Foreign Affairs Minister Chrystia Freeland says Canada will champion the benefits of free trade and action on climate change at the G7 Summit in Taormina, Sicily, even as U.S. President Donald Trump tries to steer the world in another direction.

A senior government official with intimate knowledge of the negotiations says the Paris Agreement on the fight against climate change, which Trump might back out of, and international trade remain major sticking points that will likely keep talks going through the night.


U.S. President Donald Trump and Prime Minister Justin Trudeau, shown in Brussels yesterday, bring their differences on trade and climate change to the summit. (Christian Hartmann/Reuters)

Freeland, though, says Prime Minister Justin Trudeau will be looking to find common ground among the seven leaders around the table while standing firmly behind Canada’s positions on those issues.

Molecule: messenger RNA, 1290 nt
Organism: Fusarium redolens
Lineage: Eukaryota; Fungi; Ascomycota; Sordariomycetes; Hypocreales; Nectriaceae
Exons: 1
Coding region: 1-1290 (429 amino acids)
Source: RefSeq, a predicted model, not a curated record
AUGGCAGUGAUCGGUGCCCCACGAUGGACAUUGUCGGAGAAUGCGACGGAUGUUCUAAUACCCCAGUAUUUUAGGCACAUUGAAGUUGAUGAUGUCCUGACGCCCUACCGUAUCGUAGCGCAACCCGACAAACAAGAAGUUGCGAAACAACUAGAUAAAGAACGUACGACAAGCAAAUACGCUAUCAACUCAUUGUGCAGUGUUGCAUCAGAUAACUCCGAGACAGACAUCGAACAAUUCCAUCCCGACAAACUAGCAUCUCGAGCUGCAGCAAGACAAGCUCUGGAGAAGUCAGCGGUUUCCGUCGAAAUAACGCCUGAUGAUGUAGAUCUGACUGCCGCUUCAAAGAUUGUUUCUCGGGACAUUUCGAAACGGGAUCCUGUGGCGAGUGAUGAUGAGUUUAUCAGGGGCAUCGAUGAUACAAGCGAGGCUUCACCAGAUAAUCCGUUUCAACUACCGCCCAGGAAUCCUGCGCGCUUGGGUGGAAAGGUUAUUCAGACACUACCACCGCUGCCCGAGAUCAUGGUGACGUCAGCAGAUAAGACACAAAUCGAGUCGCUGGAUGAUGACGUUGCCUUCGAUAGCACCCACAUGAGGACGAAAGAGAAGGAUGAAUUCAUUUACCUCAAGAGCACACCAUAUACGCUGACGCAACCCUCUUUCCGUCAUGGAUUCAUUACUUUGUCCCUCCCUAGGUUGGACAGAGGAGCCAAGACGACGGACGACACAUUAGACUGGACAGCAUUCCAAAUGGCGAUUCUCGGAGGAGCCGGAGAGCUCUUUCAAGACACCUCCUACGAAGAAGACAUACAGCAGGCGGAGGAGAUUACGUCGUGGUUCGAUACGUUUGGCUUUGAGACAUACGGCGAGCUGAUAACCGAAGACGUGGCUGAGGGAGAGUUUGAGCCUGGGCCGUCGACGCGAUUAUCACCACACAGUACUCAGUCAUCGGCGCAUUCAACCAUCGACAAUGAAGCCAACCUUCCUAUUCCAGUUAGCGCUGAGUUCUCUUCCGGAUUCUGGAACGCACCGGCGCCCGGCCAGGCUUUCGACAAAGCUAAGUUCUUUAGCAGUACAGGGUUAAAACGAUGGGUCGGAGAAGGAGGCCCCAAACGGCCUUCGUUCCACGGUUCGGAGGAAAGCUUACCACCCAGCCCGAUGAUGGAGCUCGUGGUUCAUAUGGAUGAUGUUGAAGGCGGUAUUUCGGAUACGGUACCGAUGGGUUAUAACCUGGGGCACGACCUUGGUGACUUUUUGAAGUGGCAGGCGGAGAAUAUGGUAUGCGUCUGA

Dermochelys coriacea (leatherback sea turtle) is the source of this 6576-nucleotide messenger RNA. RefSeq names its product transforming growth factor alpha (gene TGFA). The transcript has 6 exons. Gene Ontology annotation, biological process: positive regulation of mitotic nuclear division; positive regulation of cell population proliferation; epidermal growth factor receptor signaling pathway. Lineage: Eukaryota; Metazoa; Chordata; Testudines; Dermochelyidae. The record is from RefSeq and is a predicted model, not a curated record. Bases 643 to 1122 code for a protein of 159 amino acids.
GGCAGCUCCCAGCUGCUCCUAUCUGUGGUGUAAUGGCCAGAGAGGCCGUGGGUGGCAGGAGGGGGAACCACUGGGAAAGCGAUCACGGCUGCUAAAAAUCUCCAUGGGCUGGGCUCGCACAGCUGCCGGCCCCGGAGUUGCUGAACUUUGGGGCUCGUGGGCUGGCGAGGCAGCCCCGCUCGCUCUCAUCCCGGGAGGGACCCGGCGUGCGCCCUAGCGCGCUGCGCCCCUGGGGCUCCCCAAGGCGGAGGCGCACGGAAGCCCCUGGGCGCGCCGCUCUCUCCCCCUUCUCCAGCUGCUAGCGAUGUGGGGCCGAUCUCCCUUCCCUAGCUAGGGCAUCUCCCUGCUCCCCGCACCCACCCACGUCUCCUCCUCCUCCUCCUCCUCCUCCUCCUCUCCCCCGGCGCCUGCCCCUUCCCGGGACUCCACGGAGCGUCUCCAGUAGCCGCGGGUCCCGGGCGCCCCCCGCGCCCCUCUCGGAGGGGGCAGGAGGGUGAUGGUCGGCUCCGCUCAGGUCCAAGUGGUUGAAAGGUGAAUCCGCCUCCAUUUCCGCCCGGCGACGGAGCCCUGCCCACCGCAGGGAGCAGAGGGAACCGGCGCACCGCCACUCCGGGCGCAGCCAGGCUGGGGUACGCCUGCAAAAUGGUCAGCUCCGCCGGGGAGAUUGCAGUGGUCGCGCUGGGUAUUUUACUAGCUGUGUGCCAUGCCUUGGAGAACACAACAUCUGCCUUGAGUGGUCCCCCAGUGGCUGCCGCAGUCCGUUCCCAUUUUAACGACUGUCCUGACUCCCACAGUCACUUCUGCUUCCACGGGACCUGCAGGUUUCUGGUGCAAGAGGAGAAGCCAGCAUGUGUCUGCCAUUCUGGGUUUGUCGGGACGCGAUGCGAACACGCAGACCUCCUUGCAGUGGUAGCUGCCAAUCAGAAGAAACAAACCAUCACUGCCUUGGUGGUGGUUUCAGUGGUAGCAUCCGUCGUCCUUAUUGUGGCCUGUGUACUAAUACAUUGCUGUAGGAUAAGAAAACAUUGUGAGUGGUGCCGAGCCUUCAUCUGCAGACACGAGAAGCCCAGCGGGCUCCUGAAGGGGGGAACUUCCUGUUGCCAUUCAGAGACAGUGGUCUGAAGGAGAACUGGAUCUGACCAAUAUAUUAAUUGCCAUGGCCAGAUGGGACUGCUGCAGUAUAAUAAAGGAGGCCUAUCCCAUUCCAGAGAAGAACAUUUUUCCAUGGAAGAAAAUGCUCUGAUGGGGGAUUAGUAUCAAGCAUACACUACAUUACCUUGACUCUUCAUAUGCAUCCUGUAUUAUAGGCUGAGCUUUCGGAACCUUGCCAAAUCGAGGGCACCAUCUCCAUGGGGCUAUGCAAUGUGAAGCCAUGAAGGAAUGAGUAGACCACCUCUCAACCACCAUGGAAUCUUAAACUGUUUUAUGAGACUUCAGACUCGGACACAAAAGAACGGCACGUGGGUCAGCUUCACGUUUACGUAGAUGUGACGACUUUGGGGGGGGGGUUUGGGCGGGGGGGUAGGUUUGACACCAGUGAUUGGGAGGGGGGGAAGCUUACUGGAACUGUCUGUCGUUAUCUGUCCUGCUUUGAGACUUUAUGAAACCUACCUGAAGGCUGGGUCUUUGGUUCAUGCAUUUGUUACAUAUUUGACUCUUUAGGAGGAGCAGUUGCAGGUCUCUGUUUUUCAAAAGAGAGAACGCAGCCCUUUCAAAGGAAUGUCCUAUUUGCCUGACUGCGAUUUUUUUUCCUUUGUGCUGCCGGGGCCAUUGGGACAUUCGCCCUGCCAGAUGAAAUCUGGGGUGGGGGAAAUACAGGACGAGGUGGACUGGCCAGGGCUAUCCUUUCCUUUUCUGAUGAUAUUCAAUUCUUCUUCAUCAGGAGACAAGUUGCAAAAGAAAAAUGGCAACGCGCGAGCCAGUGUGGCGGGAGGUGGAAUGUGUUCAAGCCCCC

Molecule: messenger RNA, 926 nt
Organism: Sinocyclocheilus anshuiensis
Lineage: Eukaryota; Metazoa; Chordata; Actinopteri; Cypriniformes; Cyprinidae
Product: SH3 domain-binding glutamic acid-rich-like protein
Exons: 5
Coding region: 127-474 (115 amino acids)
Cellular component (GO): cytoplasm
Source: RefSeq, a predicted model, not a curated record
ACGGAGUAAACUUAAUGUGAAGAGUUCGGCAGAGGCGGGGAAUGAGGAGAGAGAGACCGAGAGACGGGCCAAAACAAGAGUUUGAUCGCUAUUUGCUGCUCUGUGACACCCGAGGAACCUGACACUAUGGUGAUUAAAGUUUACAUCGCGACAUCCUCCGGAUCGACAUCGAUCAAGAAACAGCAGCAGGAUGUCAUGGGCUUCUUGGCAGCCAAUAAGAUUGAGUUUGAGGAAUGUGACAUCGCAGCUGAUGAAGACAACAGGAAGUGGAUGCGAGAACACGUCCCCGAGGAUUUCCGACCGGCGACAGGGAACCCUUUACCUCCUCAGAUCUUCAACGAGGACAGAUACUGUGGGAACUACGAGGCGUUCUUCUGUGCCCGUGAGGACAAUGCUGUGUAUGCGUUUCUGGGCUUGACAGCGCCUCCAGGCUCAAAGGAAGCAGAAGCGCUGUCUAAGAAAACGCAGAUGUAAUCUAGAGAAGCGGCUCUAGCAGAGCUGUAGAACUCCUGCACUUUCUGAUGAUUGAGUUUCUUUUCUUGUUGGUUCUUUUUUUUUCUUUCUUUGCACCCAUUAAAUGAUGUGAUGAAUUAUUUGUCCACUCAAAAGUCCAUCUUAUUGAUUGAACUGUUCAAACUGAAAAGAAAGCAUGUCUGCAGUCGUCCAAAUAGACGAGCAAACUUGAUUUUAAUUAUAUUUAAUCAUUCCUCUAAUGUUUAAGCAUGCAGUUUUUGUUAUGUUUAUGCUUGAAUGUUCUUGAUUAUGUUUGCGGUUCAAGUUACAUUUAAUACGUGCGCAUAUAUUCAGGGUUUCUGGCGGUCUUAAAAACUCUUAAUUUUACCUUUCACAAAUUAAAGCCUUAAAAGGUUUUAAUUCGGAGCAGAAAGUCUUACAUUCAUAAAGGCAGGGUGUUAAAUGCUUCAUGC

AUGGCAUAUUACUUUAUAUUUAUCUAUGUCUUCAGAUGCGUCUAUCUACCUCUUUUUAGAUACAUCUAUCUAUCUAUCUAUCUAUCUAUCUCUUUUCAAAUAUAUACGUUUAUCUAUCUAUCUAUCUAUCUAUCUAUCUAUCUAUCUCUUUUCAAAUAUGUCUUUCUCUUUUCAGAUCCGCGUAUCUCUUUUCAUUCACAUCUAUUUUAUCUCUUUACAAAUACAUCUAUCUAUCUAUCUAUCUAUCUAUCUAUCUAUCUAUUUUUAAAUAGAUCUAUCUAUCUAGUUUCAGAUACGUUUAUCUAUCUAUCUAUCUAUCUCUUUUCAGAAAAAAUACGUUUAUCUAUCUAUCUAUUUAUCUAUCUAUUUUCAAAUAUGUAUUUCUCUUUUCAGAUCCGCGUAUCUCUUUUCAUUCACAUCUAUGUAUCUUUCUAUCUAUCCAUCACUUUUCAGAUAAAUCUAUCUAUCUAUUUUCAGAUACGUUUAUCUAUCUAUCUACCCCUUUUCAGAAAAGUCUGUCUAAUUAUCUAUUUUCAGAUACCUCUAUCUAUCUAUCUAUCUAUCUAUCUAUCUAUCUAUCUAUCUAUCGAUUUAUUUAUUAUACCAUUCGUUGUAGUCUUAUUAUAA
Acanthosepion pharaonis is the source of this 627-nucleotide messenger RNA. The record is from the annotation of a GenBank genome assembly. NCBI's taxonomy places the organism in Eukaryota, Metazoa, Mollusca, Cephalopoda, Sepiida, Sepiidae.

Freeland says one thing the leaders can agree on is that they must work together to counter the threat of violent extremism, which is expected to play a bigger role in the talks in the wake of Monday’s deadly terrorist attack on a concert arena in Manchester, England, that killed 22 people.

But the official says there are likely to be gaps between leaders on the role that migration policy plays in that issue.

Canada will be hosting the G7 summit next year and an official says Trudeau is expected to make inclusive growth and gender equality the major themes of the gathering at a remote luxury resort in the Charlevoix region of Quebec.